The Installation Procedure is always the same, but the package-manager and package-name varies, depending which distribution, version and/or repository one uses. In general, the steps are:
a) at first, user privilege escalation is required, either obtained with the commands
b) then one can install the absent PHP module with a package manager.
c) after that, restarting the
apache2 HTTP daemon is required to load the module.
d) at last, one can run
php -m | grep imap to see if the PHP module is now available.
On Ubuntu the
php-imap) can bei installed with
apt-get install php5-imap
service apache2 restart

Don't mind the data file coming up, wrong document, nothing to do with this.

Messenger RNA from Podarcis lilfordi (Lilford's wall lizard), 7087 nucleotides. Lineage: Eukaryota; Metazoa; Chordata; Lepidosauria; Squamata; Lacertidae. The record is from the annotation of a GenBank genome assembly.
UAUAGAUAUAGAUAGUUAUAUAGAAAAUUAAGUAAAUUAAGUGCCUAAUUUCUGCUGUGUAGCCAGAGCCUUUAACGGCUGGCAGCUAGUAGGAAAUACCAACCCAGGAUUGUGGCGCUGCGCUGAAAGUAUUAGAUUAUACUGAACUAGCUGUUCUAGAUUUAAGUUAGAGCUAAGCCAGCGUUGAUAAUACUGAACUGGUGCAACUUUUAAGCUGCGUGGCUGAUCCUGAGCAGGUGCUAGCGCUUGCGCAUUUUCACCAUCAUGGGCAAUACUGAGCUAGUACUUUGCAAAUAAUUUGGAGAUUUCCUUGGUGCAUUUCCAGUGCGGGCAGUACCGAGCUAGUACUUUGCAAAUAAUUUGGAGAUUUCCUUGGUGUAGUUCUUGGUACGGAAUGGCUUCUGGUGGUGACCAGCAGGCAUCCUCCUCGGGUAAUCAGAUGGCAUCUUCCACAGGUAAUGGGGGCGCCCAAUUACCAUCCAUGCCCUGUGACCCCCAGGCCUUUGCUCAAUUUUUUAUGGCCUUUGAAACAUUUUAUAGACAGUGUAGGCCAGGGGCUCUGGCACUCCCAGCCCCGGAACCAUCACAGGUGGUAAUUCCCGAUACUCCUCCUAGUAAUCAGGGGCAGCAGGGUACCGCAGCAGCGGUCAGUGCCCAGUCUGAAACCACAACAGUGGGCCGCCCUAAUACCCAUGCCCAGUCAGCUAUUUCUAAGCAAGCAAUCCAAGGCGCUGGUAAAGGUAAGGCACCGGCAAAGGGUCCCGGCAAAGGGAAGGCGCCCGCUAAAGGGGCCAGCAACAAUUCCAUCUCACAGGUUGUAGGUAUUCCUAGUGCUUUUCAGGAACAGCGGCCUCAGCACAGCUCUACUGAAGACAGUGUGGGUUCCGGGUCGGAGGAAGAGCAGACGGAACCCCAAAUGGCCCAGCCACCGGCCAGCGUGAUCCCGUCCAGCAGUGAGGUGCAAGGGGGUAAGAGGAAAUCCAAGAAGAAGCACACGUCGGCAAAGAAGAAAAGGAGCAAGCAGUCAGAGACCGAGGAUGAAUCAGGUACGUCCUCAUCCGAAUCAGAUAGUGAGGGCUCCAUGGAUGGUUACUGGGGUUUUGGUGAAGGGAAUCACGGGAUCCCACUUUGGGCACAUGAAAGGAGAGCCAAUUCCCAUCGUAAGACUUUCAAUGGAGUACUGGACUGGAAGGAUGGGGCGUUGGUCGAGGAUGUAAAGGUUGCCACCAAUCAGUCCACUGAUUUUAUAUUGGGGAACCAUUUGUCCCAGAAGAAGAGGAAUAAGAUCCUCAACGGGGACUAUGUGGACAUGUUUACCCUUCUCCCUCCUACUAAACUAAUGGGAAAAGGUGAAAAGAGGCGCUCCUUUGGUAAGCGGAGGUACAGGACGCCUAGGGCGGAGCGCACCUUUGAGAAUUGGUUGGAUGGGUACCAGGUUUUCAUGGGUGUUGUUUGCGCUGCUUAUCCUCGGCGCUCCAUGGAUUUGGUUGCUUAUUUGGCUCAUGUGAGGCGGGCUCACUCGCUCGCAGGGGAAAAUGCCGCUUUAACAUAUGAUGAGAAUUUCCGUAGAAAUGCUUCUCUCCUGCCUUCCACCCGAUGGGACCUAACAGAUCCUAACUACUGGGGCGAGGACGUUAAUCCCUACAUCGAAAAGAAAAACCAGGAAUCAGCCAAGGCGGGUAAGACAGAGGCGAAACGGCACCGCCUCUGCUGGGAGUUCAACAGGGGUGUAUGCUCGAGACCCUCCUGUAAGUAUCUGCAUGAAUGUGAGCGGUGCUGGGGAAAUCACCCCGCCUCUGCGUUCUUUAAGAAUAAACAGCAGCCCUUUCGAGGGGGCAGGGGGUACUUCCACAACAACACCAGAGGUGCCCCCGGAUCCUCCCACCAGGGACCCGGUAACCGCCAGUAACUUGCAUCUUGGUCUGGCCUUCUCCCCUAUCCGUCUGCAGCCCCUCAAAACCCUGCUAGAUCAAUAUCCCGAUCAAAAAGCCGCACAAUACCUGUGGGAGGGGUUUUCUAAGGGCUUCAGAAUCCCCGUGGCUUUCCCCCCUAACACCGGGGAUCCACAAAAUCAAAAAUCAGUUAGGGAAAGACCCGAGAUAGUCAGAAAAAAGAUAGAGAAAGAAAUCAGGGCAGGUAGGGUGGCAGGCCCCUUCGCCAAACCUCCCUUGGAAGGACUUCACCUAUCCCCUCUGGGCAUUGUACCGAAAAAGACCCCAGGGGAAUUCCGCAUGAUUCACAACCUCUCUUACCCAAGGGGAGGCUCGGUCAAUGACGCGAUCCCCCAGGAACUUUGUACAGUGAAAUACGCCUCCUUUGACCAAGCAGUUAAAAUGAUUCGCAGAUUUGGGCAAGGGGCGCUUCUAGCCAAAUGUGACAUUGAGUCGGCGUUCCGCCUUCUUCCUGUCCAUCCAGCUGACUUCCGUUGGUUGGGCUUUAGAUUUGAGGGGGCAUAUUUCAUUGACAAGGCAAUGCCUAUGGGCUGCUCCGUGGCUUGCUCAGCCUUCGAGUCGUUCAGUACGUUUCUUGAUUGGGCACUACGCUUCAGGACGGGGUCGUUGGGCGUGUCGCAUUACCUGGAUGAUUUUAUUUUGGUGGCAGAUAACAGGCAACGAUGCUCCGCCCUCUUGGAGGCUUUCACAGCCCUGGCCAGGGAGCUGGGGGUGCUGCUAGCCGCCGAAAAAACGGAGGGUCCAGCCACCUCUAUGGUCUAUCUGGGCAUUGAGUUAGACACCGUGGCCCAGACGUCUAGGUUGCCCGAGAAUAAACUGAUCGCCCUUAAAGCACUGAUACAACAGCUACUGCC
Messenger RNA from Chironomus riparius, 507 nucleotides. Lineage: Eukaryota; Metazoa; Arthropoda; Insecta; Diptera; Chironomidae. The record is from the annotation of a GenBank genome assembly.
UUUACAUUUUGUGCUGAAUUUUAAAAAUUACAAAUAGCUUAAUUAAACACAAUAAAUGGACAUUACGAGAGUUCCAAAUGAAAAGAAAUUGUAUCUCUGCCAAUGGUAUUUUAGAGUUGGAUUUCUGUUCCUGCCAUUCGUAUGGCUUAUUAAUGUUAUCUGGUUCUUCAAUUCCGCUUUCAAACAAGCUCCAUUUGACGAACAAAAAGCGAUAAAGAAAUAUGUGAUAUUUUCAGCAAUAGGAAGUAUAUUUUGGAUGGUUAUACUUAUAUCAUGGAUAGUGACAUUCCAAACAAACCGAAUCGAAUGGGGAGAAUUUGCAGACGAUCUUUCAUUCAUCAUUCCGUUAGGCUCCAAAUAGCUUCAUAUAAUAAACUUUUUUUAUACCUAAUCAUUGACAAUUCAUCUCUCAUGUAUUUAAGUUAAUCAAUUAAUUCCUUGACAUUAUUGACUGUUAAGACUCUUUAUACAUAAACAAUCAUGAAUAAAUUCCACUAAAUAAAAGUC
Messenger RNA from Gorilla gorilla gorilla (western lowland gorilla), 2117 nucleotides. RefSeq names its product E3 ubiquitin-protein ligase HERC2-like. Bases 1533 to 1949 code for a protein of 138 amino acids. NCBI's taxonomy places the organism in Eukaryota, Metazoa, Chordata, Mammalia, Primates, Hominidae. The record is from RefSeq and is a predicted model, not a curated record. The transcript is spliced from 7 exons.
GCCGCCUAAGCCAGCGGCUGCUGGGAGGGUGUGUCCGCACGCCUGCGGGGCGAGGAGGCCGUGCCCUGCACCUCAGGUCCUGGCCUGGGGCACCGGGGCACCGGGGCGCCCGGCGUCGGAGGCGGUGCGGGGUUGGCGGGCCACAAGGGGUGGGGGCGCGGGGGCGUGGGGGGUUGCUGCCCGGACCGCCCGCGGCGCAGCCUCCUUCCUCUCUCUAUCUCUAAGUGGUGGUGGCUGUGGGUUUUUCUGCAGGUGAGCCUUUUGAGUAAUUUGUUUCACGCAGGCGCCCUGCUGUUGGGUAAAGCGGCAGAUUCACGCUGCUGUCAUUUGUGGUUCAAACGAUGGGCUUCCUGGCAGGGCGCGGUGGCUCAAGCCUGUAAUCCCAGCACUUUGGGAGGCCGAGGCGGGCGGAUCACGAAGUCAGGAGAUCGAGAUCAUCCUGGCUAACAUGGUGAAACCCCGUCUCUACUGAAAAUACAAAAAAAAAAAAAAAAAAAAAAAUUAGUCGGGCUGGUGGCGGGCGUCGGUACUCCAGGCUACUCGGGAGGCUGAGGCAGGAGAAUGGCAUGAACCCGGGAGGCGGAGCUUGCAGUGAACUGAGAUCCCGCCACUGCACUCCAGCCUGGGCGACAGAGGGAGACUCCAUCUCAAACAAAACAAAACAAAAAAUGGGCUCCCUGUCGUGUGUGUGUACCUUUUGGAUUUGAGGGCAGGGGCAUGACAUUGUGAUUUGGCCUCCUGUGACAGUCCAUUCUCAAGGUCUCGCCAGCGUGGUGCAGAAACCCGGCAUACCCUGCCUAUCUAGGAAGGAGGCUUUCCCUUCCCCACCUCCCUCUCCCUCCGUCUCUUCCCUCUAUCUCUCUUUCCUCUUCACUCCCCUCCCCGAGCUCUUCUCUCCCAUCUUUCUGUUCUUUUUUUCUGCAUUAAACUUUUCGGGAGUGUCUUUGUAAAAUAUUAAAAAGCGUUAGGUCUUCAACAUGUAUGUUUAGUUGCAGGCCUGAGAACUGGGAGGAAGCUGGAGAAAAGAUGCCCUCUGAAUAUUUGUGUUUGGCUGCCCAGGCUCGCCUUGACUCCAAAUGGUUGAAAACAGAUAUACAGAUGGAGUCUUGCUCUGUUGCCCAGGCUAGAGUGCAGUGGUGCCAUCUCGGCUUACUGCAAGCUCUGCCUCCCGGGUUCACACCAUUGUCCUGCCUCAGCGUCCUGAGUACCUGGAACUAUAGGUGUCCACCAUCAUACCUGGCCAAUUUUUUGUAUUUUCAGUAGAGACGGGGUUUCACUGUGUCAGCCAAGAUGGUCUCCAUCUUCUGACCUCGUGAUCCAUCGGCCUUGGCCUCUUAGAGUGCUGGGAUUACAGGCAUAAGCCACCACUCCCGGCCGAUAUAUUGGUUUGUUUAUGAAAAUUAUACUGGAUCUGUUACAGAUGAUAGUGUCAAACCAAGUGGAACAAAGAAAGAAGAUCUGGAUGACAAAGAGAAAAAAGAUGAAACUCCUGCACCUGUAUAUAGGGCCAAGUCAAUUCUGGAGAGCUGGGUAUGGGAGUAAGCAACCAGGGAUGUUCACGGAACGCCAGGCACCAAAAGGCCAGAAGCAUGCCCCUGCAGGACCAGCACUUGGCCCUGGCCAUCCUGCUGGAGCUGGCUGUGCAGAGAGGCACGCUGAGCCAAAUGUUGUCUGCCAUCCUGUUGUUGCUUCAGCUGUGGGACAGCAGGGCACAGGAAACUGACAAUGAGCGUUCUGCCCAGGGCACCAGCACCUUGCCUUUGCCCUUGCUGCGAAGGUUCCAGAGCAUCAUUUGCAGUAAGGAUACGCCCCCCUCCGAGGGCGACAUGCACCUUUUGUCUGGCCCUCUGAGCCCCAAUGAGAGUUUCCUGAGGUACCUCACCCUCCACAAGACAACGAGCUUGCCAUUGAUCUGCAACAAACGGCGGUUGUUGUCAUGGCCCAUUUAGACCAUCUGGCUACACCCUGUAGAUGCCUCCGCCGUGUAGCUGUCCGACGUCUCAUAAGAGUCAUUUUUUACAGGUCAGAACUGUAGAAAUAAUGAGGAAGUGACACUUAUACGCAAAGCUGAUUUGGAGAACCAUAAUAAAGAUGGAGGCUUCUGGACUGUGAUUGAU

On Debian, the
php5-imap can be installed
aptitude install php5-imap
On CentOS and Fedora the
php-imap can be installed with
yum (hint: the name of the package might be something alike
php71w-imap, when using Webtatic repo):
yum install php-imap
service httpd restart
systemd systems, while using systemd units, the command to restart unit
systemctl restart httpd.service
The solution stated above has the problem, that when the module was already referenced in:
It might throw a:
PHP Warning: Module 'imap' already loaded in Unknown on line 0
That happens, because it is referenced in the default
php.ini file (at least on Ubuntu 12.04) and a PHP module must at most be referenced once. Using
INI snippets to load modules is suggested, while the the directory
/etc/php5/conf.d/ (that path may also vary) is being scanned for
Ubuntu also features proprietary commands to manage PHP modules, to be executed before restarting the web-server:
IMAP module is loaded into the server, the PHP IMAP Functions should then become available; best practice may be, to check if a module is even loaded, before attempting to utilize it.